Third Factory/Notes to Poetry

art is autonomous

Attention Span 2011 | Paul Stephens

leave a comment »

Craig Dworkin and Kenneth Goldsmith, eds. | Against Expression: An Anthology of Conceptual Writing | Northwestern | 2011

For me this was the year of the conceptual, as the following titles indicate.

Craig Dworkin | The Perverse Library | Information as Material | 2010

Use with caution: if you’re a small press bibliophile, this book may do serious damage to your book budget. This could be the most compelling survey to date of Anglo-American small press poetry publishing since 1970. Even if you don’t necessarily have a specialized interest in knowing precisely what the Constrained Balks Press of Toronto was publishing in 2002, you’ll enjoy The Perverse Library’s truly rad(ical) introduction.

Simon Morris | Getting Inside Jack Kerouac’s Head | Information as Material | 2010

Much more is going on here than may at first appear. Encountering GIJKH sent me into an all-night typing frenzy, during which I wrote a twelve page critical account of the book in relation to the complex textual and legal histories of On the Road. And you thought On the Road was just a bestselling novel about homosocial desire…

Rachel Haidu | The Absence of Work: Marcel Broodthaers, 1964-1976 | MIT | 2010

Everyone I know is either overemployed or underemployed, which makes this overview particularly timely. Here you will find an institutional critique of the post-Fordist art economy to last a lifetime.

Tan Lin | Various Cumbersome but Ingenious Titles | Various Presses | 2007-2011

Tan Lin may be our greatest living bard of the infosphere. He is so prodigious and so multimediatic that it would inimical to his project to name a single title. Insomnia and the Aunt (in a handsome chapbook edition) might be the best point of entry for non-professionals, but the many offshoots of the Heath […] and Seven Controlled Vocabularies projects are all worth a skim. If you’re un(der)employed, you might want to download online versions available at lulu.com or at Aphasic Letters.

Rob Fitterman | Now We Are Friends | Truck Books | 2010

So are we going to migrate to Google+? After already having migrated from Friendster to MySpace to Facebook? The coda in particular is an important contribution to the ongoing legacy of creep lit.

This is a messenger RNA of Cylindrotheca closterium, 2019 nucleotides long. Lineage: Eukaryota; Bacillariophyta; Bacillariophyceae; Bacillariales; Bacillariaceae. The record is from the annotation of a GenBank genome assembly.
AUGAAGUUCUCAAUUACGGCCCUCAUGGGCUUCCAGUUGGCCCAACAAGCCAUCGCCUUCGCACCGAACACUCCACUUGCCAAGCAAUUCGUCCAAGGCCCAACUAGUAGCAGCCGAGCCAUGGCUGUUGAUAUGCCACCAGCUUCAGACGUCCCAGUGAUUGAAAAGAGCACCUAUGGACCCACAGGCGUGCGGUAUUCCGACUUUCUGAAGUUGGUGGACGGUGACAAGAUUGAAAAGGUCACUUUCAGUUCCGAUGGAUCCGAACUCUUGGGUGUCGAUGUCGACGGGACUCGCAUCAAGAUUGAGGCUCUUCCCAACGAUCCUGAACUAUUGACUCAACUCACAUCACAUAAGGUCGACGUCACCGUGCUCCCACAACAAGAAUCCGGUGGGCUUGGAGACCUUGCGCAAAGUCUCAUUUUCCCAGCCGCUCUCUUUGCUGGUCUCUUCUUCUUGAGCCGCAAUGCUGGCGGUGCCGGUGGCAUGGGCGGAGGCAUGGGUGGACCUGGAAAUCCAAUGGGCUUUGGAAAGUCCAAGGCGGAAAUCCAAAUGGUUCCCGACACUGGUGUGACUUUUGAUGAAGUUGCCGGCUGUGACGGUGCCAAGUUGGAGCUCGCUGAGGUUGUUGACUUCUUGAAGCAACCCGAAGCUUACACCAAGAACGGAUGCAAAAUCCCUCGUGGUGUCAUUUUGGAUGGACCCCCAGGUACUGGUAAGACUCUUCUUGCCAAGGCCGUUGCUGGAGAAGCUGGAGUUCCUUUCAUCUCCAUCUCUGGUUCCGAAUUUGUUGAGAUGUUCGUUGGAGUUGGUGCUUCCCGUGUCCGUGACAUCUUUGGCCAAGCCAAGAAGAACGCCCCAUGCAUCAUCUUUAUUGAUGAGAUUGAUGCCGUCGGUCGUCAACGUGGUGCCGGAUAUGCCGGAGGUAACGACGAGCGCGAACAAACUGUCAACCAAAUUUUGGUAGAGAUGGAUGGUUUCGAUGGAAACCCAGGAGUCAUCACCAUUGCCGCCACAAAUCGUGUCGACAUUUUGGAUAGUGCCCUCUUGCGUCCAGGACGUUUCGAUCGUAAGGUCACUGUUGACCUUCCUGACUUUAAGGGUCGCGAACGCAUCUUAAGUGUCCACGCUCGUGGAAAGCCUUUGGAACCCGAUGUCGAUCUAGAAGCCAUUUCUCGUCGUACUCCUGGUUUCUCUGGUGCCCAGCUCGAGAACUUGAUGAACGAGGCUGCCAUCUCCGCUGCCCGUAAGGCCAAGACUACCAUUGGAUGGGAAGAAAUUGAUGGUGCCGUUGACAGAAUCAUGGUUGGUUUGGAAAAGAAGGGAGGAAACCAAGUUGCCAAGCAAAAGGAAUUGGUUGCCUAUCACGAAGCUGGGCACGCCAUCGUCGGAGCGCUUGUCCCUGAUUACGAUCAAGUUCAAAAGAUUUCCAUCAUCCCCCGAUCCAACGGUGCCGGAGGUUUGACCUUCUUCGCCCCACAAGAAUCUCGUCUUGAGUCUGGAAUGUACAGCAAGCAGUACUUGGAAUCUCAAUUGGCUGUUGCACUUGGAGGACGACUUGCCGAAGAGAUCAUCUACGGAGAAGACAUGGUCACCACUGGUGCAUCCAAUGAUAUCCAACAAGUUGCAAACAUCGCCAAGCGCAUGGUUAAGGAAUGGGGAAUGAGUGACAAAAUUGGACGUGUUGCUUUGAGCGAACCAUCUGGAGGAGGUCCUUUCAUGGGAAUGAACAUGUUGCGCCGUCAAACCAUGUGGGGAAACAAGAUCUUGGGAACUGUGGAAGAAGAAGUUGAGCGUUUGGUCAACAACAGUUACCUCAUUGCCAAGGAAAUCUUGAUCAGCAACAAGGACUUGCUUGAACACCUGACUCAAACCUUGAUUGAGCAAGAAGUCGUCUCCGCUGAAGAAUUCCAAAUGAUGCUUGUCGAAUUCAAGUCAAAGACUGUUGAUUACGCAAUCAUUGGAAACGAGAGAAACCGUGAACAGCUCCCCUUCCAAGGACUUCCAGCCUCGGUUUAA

W.J.T. Mitchell and Mark B.N. Hansen, eds. | Critical Terms for Media Studies | Chicago | 2010

Scholars and non-scholars alike will find this a compelling survey of new media. Don’t be deceived by the prosaic title: this is really a collection of deeply informative essays on all aspects of contemporary new media studies.

Marcus Boon | In Praise of Copying | Harvard | 2010

It’s difficult to keep up with the reams of new criticism devoted to copyright in relation to literature and the arts (Paul K. St. Amour’s exceptional Modernism and Copyright deserves special mention in this category). Boon tackles “the madness of modern, capitalist framings of property” head on. You can procure a free online copy at the Harvard University Press web site (which will look better than the versions you’ll find on library.nu or AAAAARG.org).

Philip E. Aarons and Andrew Roth, eds. | In Numbers: Serial Publications by Artists Since 1955 | JRP Ringier | 2010 

Literary journals could learn a lot from artists’ journals. This sumptuous collection will make your coffee table proud, as well as provide countless hours of delight and instruction.

M. NourbeSe Philip | Zong! | Wesleyan | 2008

This title briefly went out of print and jumped in price on Amazon, but fortunately it’s been reissued as an affordable paperback. No brief summary will do much to prepare you for this complex multi-generic work, which demonstrates how compelling the new conceptual/archival/procedural poetries can be in terms of content as well as form.

Ian Hamilton Finlay | Selections | California | 2011

Eagerly anticipated. Long overdue. In the meantime, I’m making due with the amazing (but out of print and expensive enough to merit inclusion in the Perverse Library) Ian Hamilton Finlay: A Visual Primer (MIT 1992).

§

Paul Stephens‘s recent critical writing has appeared in Social TextRethinking MarxismOpen Letter and Postmodern Culture. He has just completed a book manuscript titled The Poetics of Information Overload: From Gertrude Stein to Conceptual Writing. He lives in New York.

Stephens’s Attention Span for 2010. Back to 2011 directory.

Leave a Reply

Fill in your details below or click an icon to log in:

WordPress.com Logo

You are commenting using your WordPress.com account. Log Out / Change )

Twitter picture

You are commenting using your Twitter account. Log Out / Change )

Facebook photo

You are commenting using your Facebook account. Log Out / Change )

Google+ photo

You are commenting using your Google+ account. Log Out / Change )

Connecting to %s

%d bloggers like this: